Craft beer is 5%, and these "extreme" beers are only a small percentage of that. Not a mainstream movement.
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Old 01-11-2013, 01:51 PM   #29
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Quote:
Originally Posted by passedpawn
Commercial breweries make what people want to drink. They don't dictate the market; the tail doesn't wag the dog.

Craft beer is 5%, and these "extreme" beers are only a small percentage of that. Not a mainstream movement.
Competition breeds innovation. You rarely notice the short guy in a crowded room.
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Old 01-11-2013, 03:42 PM   #30
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I drink and brew the occasional oddball/extreme beer - occasional.

My problem with some aspects of the extreme beer trend is that it can then become the new standard expectation for a style. I first observed this with wheat beers. It became an "arms race" to see who could make the most yeasty flavored hefeweissen. A person couldn't taste the wheat anymore in many of these. Lately it has been hoppy beers.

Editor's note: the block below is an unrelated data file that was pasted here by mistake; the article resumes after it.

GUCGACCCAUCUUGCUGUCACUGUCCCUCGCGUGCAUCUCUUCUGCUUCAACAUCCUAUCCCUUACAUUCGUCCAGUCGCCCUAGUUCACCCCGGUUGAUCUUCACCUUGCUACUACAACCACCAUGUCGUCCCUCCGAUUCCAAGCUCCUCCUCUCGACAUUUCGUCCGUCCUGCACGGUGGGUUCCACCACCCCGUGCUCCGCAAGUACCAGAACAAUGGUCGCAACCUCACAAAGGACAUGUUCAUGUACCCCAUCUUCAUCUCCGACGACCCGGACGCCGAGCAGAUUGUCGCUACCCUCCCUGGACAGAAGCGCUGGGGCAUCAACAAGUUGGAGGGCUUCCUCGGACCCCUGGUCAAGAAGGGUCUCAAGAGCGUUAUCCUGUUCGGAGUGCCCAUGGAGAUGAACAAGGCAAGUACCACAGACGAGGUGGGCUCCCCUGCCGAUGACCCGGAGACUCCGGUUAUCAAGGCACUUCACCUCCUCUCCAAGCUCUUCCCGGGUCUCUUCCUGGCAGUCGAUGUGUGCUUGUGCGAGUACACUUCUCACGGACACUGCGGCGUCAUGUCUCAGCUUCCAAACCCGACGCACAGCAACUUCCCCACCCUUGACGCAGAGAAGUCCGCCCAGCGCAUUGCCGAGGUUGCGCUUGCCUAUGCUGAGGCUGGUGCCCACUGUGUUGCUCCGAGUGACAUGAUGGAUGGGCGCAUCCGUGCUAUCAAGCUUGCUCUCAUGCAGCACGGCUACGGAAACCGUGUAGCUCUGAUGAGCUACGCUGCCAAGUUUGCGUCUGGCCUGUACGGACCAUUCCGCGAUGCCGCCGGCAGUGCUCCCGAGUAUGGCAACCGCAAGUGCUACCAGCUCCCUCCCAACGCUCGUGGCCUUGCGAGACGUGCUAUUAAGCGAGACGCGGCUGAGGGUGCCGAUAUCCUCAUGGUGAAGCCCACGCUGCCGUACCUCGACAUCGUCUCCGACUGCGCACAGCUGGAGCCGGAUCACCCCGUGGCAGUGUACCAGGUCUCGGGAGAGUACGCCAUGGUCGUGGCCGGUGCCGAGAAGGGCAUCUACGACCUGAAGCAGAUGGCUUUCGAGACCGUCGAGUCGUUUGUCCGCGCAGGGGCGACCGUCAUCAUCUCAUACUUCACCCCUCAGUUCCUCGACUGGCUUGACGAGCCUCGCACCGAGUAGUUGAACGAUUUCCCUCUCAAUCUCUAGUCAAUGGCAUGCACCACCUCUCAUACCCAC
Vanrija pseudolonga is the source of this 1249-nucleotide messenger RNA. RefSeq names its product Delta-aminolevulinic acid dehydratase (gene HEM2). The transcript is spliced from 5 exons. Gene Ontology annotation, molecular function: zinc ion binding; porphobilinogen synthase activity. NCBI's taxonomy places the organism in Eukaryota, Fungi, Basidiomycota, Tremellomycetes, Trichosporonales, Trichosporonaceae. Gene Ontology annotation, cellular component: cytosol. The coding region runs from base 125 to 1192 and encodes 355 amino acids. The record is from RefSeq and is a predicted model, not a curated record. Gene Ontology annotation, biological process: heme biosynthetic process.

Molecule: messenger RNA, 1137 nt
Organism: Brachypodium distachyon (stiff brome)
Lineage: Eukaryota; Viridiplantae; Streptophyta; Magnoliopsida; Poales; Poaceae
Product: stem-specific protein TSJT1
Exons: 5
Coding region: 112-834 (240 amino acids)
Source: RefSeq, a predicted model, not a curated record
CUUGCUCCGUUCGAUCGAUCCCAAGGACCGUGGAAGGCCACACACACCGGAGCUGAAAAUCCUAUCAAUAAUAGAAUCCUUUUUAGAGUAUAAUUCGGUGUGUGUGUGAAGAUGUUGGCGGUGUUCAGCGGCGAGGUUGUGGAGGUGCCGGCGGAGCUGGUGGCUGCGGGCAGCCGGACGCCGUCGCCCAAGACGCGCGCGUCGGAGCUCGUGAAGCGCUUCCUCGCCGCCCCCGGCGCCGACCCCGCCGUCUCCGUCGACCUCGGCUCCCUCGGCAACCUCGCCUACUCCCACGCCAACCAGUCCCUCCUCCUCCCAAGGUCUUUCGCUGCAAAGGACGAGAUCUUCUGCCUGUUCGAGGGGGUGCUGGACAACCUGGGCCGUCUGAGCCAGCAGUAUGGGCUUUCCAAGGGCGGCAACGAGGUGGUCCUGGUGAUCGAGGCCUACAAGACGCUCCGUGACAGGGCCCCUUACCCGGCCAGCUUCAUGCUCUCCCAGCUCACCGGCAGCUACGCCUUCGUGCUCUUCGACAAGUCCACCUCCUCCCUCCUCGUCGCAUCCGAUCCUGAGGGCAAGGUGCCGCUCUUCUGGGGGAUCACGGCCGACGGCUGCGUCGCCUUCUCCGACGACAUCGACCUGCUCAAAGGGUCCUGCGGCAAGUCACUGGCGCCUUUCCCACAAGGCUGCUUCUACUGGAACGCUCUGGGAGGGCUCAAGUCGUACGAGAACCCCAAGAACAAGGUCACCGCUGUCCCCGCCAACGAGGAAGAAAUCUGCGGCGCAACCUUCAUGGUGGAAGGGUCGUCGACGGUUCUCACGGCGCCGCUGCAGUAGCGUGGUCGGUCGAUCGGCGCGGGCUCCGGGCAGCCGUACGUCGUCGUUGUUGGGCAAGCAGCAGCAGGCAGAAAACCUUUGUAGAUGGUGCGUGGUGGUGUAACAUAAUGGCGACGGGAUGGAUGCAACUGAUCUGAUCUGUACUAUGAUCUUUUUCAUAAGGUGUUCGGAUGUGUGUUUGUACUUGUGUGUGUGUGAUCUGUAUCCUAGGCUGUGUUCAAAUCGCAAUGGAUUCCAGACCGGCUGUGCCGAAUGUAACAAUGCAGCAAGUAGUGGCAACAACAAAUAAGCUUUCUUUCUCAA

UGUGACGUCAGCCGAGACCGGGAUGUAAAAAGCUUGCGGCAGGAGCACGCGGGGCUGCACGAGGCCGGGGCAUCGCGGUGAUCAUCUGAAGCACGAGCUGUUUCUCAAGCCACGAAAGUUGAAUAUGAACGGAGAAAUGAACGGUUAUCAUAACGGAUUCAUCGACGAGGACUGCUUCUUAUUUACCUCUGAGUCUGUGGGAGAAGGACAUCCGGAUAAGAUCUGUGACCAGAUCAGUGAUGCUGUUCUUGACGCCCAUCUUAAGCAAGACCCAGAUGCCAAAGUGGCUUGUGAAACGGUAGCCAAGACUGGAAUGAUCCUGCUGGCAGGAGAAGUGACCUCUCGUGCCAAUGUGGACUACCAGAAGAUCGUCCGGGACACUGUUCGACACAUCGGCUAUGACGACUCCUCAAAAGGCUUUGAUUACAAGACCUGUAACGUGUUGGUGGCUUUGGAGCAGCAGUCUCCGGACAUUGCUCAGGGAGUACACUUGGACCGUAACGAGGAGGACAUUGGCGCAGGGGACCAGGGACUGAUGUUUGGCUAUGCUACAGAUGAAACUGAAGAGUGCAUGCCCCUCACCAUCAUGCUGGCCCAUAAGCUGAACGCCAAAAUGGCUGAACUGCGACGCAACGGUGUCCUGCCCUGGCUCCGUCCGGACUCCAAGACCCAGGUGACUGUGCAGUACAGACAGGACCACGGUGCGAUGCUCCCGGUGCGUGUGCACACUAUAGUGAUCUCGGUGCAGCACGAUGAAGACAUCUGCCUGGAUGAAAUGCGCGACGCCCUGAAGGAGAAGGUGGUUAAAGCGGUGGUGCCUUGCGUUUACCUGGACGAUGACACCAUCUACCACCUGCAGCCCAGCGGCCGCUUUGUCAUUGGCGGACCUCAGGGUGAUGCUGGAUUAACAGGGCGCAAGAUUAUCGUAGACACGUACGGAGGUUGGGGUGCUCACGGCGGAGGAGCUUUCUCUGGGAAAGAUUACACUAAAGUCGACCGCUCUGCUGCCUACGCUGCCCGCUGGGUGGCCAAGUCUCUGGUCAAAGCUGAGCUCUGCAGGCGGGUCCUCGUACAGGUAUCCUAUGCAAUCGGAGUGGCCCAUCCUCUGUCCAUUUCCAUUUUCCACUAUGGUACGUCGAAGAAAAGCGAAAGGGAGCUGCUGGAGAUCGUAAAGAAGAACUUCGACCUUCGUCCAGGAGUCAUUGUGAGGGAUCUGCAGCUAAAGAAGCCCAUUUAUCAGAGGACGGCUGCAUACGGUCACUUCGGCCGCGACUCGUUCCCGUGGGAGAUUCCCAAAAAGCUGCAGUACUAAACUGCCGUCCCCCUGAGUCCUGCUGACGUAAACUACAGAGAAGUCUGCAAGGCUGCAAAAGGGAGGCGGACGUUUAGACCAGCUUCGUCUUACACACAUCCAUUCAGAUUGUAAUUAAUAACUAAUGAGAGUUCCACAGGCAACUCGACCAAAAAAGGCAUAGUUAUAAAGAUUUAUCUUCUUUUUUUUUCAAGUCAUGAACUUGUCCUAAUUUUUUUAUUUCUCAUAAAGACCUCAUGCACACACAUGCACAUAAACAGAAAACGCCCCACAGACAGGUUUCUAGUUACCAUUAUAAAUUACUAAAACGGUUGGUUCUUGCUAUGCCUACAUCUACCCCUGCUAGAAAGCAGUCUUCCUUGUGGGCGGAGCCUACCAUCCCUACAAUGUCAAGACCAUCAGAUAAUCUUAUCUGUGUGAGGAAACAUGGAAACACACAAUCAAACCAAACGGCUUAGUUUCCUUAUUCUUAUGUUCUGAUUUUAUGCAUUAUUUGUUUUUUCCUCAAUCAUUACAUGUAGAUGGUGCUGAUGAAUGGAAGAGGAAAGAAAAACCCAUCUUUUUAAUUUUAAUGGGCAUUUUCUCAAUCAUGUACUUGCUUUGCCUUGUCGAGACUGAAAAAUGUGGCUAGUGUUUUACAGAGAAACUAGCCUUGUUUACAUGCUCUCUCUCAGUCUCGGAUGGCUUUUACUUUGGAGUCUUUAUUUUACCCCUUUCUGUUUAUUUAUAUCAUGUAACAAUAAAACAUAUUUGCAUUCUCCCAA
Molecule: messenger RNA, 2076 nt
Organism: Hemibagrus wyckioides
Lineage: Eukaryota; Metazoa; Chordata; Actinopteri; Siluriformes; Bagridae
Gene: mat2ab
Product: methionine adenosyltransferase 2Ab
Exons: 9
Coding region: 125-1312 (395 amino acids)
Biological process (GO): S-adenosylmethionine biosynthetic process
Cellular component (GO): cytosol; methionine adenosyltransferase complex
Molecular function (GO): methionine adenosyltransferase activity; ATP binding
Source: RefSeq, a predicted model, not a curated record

Then problem then is that if a beer is made according to the "old school" style people think it tastes thin and weak. Just look and the ratings/reviews on the web for a standard European lager. Some of these are quite fine, but because they don't bowl you over with a blast of flavors, they only get an OK rating. Oh and if it is under 7% ABV Fugetaboutit

Eventually this will run their course, but my concern is that it will forever impact what is judged to be a great beer. I find the beers that I really like the best are subtle and nuanced. I fear we may lose to many of these beers